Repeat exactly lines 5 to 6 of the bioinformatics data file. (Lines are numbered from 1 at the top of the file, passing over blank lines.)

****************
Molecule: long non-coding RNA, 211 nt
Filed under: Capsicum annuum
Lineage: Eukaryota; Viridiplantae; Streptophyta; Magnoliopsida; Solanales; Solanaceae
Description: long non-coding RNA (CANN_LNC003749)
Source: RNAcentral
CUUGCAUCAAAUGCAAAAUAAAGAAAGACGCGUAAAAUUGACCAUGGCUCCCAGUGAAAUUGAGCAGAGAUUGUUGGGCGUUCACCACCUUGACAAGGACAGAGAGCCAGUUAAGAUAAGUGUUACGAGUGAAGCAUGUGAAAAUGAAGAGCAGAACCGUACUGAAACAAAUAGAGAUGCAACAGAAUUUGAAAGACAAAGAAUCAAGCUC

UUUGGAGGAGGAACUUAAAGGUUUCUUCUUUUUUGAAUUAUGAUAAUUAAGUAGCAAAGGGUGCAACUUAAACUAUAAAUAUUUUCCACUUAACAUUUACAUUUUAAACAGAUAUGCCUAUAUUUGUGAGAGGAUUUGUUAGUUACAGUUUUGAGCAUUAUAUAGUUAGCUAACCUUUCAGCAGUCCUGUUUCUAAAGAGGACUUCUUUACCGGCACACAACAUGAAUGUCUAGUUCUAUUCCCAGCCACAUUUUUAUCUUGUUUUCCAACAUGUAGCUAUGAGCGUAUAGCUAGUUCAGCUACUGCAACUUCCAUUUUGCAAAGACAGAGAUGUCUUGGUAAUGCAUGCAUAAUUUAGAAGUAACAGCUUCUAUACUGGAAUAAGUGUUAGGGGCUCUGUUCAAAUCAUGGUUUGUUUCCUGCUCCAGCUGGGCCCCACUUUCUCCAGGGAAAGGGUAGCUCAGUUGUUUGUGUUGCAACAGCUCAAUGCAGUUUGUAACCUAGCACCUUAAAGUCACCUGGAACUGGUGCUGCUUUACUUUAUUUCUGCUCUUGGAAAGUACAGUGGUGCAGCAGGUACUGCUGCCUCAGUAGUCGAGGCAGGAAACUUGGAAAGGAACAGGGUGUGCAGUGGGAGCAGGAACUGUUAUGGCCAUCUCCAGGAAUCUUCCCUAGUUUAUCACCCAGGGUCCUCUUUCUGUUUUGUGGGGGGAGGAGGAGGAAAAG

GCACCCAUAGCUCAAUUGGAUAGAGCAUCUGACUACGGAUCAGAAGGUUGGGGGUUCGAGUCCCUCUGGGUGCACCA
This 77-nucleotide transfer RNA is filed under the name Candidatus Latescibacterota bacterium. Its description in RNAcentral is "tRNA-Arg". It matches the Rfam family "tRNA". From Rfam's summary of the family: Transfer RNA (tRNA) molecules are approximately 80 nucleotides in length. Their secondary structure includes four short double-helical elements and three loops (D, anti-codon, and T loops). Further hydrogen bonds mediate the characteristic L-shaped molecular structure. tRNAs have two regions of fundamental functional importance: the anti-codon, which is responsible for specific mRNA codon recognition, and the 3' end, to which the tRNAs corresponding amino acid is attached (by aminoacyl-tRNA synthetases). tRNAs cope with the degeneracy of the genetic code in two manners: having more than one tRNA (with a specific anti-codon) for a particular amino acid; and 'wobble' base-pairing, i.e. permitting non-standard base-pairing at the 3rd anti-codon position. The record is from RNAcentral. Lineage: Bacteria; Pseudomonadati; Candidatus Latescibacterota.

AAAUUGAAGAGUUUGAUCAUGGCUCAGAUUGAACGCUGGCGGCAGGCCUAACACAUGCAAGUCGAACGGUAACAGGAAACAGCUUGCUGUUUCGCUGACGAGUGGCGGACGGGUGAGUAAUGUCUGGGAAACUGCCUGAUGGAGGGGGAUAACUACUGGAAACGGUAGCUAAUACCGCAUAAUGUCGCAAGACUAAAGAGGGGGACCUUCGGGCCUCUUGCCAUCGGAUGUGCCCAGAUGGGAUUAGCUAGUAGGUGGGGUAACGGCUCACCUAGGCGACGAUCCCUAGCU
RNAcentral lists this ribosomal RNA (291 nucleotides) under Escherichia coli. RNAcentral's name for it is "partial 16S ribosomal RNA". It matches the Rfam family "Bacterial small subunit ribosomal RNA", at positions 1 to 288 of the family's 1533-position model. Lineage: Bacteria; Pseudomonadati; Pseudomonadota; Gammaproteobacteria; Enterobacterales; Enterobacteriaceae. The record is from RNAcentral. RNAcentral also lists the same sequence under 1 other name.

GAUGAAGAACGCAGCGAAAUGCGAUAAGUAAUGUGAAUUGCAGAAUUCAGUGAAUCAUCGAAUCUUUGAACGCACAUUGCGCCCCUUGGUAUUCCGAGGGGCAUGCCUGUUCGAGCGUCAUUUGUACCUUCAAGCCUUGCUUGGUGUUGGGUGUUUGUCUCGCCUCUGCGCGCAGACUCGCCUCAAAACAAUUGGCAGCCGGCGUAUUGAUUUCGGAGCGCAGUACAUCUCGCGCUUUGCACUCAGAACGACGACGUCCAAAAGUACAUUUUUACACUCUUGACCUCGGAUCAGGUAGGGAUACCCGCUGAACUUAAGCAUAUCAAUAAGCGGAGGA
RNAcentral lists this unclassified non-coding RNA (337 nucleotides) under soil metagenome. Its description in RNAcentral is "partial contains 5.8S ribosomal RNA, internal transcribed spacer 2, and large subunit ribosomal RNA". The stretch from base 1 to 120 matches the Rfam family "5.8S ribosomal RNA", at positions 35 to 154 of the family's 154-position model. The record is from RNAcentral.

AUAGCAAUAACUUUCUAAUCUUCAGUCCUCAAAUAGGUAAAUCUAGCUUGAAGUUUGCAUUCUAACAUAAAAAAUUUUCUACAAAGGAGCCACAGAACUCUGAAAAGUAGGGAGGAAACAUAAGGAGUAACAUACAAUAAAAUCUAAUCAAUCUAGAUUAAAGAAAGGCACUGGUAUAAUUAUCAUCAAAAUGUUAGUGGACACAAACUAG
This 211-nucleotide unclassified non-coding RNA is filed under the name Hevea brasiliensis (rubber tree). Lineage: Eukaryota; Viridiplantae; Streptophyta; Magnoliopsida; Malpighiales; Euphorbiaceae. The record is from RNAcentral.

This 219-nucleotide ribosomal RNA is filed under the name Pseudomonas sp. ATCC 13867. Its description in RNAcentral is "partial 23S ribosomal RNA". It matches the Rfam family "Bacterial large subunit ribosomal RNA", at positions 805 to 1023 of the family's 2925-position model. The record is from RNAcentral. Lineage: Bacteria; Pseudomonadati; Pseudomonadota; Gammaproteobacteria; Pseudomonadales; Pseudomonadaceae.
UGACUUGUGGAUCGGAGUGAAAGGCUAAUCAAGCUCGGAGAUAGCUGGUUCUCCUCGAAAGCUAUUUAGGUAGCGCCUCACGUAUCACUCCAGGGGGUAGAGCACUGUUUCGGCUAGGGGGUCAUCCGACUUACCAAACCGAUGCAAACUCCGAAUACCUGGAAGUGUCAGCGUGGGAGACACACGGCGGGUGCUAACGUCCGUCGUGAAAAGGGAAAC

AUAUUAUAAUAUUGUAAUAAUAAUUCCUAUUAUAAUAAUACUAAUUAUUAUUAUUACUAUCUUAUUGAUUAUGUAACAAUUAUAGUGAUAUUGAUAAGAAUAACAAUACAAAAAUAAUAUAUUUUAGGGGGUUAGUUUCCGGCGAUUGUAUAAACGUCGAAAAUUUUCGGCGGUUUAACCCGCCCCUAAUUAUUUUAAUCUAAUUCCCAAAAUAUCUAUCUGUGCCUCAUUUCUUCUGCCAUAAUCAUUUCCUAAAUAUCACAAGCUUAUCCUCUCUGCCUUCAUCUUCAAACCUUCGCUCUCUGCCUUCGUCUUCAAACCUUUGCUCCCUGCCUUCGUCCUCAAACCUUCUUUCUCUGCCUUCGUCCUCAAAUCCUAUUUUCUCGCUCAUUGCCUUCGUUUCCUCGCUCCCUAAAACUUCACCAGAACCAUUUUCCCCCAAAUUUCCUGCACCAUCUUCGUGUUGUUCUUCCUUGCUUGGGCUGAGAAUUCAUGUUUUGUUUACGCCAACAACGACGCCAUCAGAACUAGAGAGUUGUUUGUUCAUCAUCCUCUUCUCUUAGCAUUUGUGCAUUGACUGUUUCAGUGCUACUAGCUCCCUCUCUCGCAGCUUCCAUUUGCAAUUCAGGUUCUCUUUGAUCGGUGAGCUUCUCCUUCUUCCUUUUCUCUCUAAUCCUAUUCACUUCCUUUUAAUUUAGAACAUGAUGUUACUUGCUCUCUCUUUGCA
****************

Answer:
Source: RNAcentral
CUUGCAUCAAAUGCAAAAUAAAGAAAGACGCGUAAAAUUGACCAUGGCUCCCAGUGAAAUUGAGCAGAGAUUGUUGGGCGUUCACCACCUUGACAAGGACAGAGAGCCAGUUAAGAUAAGUGUUACGAGUGAAGCAUGUGAAAAUGAAGAGCAGAACCGUACUGAAACAAAUAGAGAUGCAACAGAAUUUGAAAGACAAAGAAUCAAGCUC